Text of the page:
Free Heat For Your Farm Shop
Used crankcase oil you've been throwing away can be used to fire the new Little Dragon waste oil burner, introduced by Benjamin Aviation and Machine, Fort Benton, Mont. "The burner unit is simple, safe and burns clean with no smoke or soot, and gives off no bad-smelling odors when installed and adjusted properly," Robert Benjamin, manufacturer, told FARM SHOW. "The Little Dragon was designed basically for use in a wood stove made from a 55 gal. oil drum. However, it works well in many other types of wood, coal or oil-burning stoves and furnaces." You'll like the price tag on this waste oil burner - only $132.50, which includes the burner unit, filter and complete installation and operating instructions. It burns any weight of oil, from diesel fuel up to about 50 weight engine oil. It is sold with a filter which removes water and large solid particles from the used oil. "There is no danger of the burner nozzle plugging from dirty oil," explains Benjamin. He notes that the burner requires a small amount of air from your farm shop compressor (about .3 cfm) to atomize the oil. "Because the oil is broken up into very fine particles and mixed with air, the unit lights easily, burns with very little residue, and requires practically no cleaning. It is an atmospheric-type burner which creates its own draft, thereby throwing a large tongue flame - up to about 6 ft. in length, explains Benjamin.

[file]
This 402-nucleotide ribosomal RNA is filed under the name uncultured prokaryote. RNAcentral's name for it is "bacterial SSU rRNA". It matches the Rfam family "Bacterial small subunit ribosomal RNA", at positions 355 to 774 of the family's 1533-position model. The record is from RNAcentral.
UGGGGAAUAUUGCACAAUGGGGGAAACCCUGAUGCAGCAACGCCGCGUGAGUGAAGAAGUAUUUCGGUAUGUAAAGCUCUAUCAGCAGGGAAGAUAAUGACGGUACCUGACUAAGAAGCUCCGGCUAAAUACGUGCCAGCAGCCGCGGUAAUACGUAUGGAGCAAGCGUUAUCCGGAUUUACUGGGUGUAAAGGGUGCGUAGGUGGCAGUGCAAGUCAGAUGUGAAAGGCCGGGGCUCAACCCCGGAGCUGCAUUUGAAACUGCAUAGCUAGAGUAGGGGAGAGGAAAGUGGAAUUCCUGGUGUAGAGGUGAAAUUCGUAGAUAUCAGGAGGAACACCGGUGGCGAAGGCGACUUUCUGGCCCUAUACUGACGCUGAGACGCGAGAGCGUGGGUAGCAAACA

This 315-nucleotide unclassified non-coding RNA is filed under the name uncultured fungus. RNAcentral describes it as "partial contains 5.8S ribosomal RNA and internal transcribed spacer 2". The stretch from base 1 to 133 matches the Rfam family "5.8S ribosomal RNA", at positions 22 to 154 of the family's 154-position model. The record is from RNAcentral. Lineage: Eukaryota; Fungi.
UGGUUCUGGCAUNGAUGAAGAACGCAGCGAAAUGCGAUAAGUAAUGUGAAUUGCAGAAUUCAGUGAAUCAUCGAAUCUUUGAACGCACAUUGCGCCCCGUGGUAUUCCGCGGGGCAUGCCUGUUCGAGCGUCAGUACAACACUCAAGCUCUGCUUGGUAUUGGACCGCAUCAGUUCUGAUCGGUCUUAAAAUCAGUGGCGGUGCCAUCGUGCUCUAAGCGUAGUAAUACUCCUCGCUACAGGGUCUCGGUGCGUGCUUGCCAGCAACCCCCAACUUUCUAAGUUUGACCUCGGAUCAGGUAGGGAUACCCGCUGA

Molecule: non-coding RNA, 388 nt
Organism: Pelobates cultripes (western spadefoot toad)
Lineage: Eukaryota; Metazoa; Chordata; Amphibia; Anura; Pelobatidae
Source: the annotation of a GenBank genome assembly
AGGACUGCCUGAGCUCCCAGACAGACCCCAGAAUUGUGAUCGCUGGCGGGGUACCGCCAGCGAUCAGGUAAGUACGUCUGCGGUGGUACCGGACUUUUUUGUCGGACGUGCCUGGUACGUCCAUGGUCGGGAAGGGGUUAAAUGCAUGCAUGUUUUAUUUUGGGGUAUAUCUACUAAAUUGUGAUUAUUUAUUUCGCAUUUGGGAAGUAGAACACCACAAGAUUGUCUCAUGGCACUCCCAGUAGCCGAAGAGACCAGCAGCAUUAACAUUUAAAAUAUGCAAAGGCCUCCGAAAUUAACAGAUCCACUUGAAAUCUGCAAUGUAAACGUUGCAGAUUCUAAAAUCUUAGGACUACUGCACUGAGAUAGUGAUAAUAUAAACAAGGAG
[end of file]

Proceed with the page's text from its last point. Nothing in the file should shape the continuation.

He adds that oil is gravity-fed from the supply tank, which can be located either inside or outside the building. The burner includes an all brass globe bulb for metering the oil, and an air pressure regulator for adjusting the amount of air to the nozzle. The flame is adjustable and easy to set. "Because of its manual controls, the Little Dragon is recommended for use in shops or other places where it can be supervised. It should not be left unattended when lit," cautions Benjamin. For more details, contact: FARM SHOW Followup, Benjamin Aviation and Machine, Box 1148, Fort Benton, Mont. 59442 (ph 406-734-5416).

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1978 - Volume #2, Issue #3